The definition of eco-friendly is “Not harmful to the environment”.
Increasingly, the impact of ecologically harmful human activities to the environment is being brought to our attention. For example, who now is not aware of the problems associated with the use of plastics? Probably, most of us would like to do our bit to help to reduce pollution. Now, please consider this. When you take any medication, either prescribed or over the counter, have you ever given a thought to where it may eventually end up?
After drugs have passed through your body, they are excreted in your urine and faeces. This means they go down the toilet and into the drains. Then where do they go? Environmental testing has revealed the presence of diabetes drugs, antibiotics, the contraceptive pill, anti inflammatories, pain killers and antidepressants in rivers, lakes, soil, manure and even drinking water. Drugs and their metabolites have been detected in fish and other creatures, thus entering the food chain. A 2014 report by UK Water Industry Research found that in most of the 160 sewage treatment works studied, several common drugs were present in the final effluent in concentrations high enough to potentially affect ecosystems. The full impact of drug contamination on plant, animal and human health is not yet known, but as the number of prescriptions goes up year on year, the situation is likely to get worse.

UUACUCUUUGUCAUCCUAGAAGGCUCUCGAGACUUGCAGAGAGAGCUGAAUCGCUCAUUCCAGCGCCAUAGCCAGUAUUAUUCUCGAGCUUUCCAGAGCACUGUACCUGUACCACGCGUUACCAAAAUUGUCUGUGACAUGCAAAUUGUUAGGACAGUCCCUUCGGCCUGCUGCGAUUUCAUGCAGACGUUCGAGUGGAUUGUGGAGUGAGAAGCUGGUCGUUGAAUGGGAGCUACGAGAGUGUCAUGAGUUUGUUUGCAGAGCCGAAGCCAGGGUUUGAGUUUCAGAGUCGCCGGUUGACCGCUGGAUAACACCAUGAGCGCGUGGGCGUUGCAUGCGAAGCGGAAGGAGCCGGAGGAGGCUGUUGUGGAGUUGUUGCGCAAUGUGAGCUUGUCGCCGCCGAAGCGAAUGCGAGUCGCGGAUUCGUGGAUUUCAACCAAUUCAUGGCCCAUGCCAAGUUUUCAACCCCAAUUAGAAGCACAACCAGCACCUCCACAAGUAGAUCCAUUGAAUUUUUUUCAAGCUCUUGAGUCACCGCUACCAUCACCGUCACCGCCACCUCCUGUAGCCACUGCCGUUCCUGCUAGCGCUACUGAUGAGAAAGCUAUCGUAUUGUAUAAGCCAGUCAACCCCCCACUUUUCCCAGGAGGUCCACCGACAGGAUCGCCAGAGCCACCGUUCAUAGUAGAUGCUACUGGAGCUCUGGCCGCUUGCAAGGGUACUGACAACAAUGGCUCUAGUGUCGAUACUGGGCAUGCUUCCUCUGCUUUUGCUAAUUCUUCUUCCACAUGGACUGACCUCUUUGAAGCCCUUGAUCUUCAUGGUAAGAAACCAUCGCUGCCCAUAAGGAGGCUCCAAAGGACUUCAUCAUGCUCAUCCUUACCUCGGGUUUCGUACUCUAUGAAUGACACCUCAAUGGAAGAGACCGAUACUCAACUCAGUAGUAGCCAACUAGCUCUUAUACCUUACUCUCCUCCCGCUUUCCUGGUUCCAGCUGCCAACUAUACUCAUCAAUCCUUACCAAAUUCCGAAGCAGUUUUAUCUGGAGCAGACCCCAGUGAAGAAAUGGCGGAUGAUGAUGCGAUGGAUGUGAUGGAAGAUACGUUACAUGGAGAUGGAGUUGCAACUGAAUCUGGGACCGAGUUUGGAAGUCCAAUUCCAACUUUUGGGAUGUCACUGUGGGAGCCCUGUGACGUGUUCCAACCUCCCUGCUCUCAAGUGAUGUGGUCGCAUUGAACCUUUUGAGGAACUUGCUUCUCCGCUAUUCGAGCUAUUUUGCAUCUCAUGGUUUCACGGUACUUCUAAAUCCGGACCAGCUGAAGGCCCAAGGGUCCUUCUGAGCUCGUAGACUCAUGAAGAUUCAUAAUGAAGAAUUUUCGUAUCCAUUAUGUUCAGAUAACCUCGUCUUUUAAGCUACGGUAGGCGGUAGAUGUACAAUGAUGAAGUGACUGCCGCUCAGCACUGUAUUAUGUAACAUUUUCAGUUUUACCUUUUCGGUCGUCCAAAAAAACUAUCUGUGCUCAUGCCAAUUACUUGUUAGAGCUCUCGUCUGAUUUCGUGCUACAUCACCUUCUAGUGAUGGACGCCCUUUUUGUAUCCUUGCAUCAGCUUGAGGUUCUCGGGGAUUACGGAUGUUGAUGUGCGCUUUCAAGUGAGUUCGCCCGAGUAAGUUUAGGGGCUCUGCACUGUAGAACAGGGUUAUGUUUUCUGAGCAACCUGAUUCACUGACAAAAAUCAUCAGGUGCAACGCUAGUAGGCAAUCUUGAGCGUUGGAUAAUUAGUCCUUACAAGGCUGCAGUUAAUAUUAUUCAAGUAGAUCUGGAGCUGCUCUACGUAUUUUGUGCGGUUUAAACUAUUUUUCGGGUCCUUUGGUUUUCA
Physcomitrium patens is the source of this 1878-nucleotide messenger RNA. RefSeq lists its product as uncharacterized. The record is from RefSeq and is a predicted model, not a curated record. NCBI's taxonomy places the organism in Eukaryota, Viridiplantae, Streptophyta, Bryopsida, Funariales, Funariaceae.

What can be done? Improving the removal of impurities at the waste water treatment works would be a massive, costly task and unlikely to solve the problem. This would also be another case of shutting the stable door after the horse has bolted. Would it not be preferable for fewer drugs to be used in the first place, thereby reducing the risk of contamination?
The largest group of over the counter medicine usage is painkillers. It accounted for 23.2% of sales in 2015. Science has already proved that prolonged use of such medication can be harmful to the body, and we are now suspecting it may be harmful to the environment too.
Chiropractor Sheila Stakim of Emsworth Chiropractic Clinic has been in practice for 23 years. During that time she has treated over 6,000 people. The vast majority of these people initially consulted her for help because they were in pain. The most common complaints are neck and back pain, as well as sciatica, headaches, shoulder, hip and knee pain. Before they saw Sheila, many had been taking painkillers and/or anti inflammatories, either prescribed or over the counter, for their symptoms.
Chiropractic care uses no drugs. The aim is to diagnose and treat, whenever possible, the cause of the pain, not just mask the symptoms with medication. Sheila says that most of the people she has treated reported that they were able to reduce markedly or even cease completely their use of painkillers, as well as a variety of medications for associated complaints. This is surely a positive step towards Eco-Friendly Healthcare.
Emsworth resident, Simon (pictured), had been taking painkillers and antiinflammatories for years for sciatica and back pain caused by a lumbar disc injury. Chiropractic care helped him tremendously. He has been attending Emsworth Chiropractic Clinic regularly since 2007 for spinal check-ups and preventive maintenance care. Simon says “I used to take painkillers all the time, but now it is extremely rare for me to need them. My back feels great since seeing Sheila”.
If you would like to find out more about chiropractic care or would like discuss any of your health concerns, please contact Sheila Stakim. You can talk to her on the telephone or you may ring and book a free 10 minute appointment at the clinic, if you wish to speak to her in person.